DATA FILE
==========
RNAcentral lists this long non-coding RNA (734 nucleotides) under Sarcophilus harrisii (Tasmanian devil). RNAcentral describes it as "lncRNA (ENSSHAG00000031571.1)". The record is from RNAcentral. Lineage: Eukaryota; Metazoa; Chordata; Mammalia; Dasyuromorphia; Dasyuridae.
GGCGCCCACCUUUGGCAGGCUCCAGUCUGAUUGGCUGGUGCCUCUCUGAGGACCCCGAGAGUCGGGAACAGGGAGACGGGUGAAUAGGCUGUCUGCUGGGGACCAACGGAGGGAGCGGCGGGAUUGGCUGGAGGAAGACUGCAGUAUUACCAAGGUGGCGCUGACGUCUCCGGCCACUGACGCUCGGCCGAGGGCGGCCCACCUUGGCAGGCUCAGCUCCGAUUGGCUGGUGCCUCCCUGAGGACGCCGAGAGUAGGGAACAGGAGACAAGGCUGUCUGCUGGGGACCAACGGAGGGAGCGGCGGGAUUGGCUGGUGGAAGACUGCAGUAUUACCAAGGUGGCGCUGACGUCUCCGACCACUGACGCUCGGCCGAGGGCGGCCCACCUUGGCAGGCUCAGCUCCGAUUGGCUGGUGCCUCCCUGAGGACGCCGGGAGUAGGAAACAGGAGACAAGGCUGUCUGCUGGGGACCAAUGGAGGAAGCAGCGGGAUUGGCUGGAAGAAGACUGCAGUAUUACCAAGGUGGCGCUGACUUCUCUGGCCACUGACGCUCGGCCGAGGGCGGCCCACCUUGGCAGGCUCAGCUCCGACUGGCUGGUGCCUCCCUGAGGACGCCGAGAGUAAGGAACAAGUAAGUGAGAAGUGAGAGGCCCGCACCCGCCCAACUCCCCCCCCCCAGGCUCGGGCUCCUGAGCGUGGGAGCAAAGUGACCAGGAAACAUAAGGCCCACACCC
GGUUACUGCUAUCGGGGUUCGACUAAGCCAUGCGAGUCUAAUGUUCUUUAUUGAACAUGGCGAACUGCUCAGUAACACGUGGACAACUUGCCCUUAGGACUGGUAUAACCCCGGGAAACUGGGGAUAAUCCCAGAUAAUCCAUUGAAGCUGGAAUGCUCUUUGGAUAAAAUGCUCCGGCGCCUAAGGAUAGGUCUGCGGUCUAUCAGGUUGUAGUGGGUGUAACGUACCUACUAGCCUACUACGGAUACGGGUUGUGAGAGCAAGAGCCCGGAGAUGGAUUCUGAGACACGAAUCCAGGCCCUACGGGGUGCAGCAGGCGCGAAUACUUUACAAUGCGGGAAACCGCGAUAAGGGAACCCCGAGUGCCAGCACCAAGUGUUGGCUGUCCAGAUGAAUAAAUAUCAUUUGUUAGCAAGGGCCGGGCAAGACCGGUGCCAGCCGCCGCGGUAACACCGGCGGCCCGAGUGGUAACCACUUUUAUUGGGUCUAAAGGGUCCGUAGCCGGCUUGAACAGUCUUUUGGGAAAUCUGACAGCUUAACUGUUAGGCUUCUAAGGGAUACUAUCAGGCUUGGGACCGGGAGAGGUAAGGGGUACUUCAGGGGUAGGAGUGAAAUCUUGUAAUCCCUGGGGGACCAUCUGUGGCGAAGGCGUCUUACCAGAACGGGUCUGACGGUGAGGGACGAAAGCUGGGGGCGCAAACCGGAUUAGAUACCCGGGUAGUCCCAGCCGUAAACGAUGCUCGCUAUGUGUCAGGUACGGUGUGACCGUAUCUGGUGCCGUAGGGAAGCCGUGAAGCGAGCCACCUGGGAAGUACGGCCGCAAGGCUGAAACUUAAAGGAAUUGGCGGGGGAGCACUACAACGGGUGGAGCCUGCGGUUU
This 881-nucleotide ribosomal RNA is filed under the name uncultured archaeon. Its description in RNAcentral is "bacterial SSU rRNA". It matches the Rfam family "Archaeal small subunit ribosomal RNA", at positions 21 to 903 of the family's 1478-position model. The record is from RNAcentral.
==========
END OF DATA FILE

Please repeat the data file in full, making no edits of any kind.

RNAcentral lists this long non-coding RNA (734 nucleotides) under Sarcophilus harrisii (Tasmanian devil). RNAcentral describes it as "lncRNA (ENSSHAG00000031571.1)". The record is from RNAcentral. Lineage: Eukaryota; Metazoa; Chordata; Mammalia; Dasyuromorphia; Dasyuridae.
GGCGCCCACCUUUGGCAGGCUCCAGUCUGAUUGGCUGGUGCCUCUCUGAGGACCCCGAGAGUCGGGAACAGGGAGACGGGUGAAUAGGCUGUCUGCUGGGGACCAACGGAGGGAGCGGCGGGAUUGGCUGGAGGAAGACUGCAGUAUUACCAAGGUGGCGCUGACGUCUCCGGCCACUGACGCUCGGCCGAGGGCGGCCCACCUUGGCAGGCUCAGCUCCGAUUGGCUGGUGCCUCCCUGAGGACGCCGAGAGUAGGGAACAGGAGACAAGGCUGUCUGCUGGGGACCAACGGAGGGAGCGGCGGGAUUGGCUGGUGGAAGACUGCAGUAUUACCAAGGUGGCGCUGACGUCUCCGACCACUGACGCUCGGCCGAGGGCGGCCCACCUUGGCAGGCUCAGCUCCGAUUGGCUGGUGCCUCCCUGAGGACGCCGGGAGUAGGAAACAGGAGACAAGGCUGUCUGCUGGGGACCAAUGGAGGAAGCAGCGGGAUUGGCUGGAAGAAGACUGCAGUAUUACCAAGGUGGCGCUGACUUCUCUGGCCACUGACGCUCGGCCGAGGGCGGCCCACCUUGGCAGGCUCAGCUCCGACUGGCUGGUGCCUCCCUGAGGACGCCGAGAGUAAGGAACAAGUAAGUGAGAAGUGAGAGGCCCGCACCCGCCCAACUCCCCCCCCCCAGGCUCGGGCUCCUGAGCGUGGGAGCAAAGUGACCAGGAAACAUAAGGCCCACACCC
GGUUACUGCUAUCGGGGUUCGACUAAGCCAUGCGAGUCUAAUGUUCUUUAUUGAACAUGGCGAACUGCUCAGUAACACGUGGACAACUUGCCCUUAGGACUGGUAUAACCCCGGGAAACUGGGGAUAAUCCCAGAUAAUCCAUUGAAGCUGGAAUGCUCUUUGGAUAAAAUGCUCCGGCGCCUAAGGAUAGGUCUGCGGUCUAUCAGGUUGUAGUGGGUGUAACGUACCUACUAGCCUACUACGGAUACGGGUUGUGAGAGCAAGAGCCCGGAGAUGGAUUCUGAGACACGAAUCCAGGCCCUACGGGGUGCAGCAGGCGCGAAUACUUUACAAUGCGGGAAACCGCGAUAAGGGAACCCCGAGUGCCAGCACCAAGUGUUGGCUGUCCAGAUGAAUAAAUAUCAUUUGUUAGCAAGGGCCGGGCAAGACCGGUGCCAGCCGCCGCGGUAACACCGGCGGCCCGAGUGGUAACCACUUUUAUUGGGUCUAAAGGGUCCGUAGCCGGCUUGAACAGUCUUUUGGGAAAUCUGACAGCUUAACUGUUAGGCUUCUAAGGGAUACUAUCAGGCUUGGGACCGGGAGAGGUAAGGGGUACUUCAGGGGUAGGAGUGAAAUCUUGUAAUCCCUGGGGGACCAUCUGUGGCGAAGGCGUCUUACCAGAACGGGUCUGACGGUGAGGGACGAAAGCUGGGGGCGCAAACCGGAUUAGAUACCCGGGUAGUCCCAGCCGUAAACGAUGCUCGCUAUGUGUCAGGUACGGUGUGACCGUAUCUGGUGCCGUAGGGAAGCCGUGAAGCGAGCCACCUGGGAAGUACGGCCGCAAGGCUGAAACUUAAAGGAAUUGGCGGGGGAGCACUACAACGGGUGGAGCCUGCGGUUU
This 881-nucleotide ribosomal RNA is filed under the name uncultured archaeon. Its description in RNAcentral is "bacterial SSU rRNA". It matches the Rfam family "Archaeal small subunit ribosomal RNA", at positions 21 to 903 of the family's 1478-position model. The record is from RNAcentral.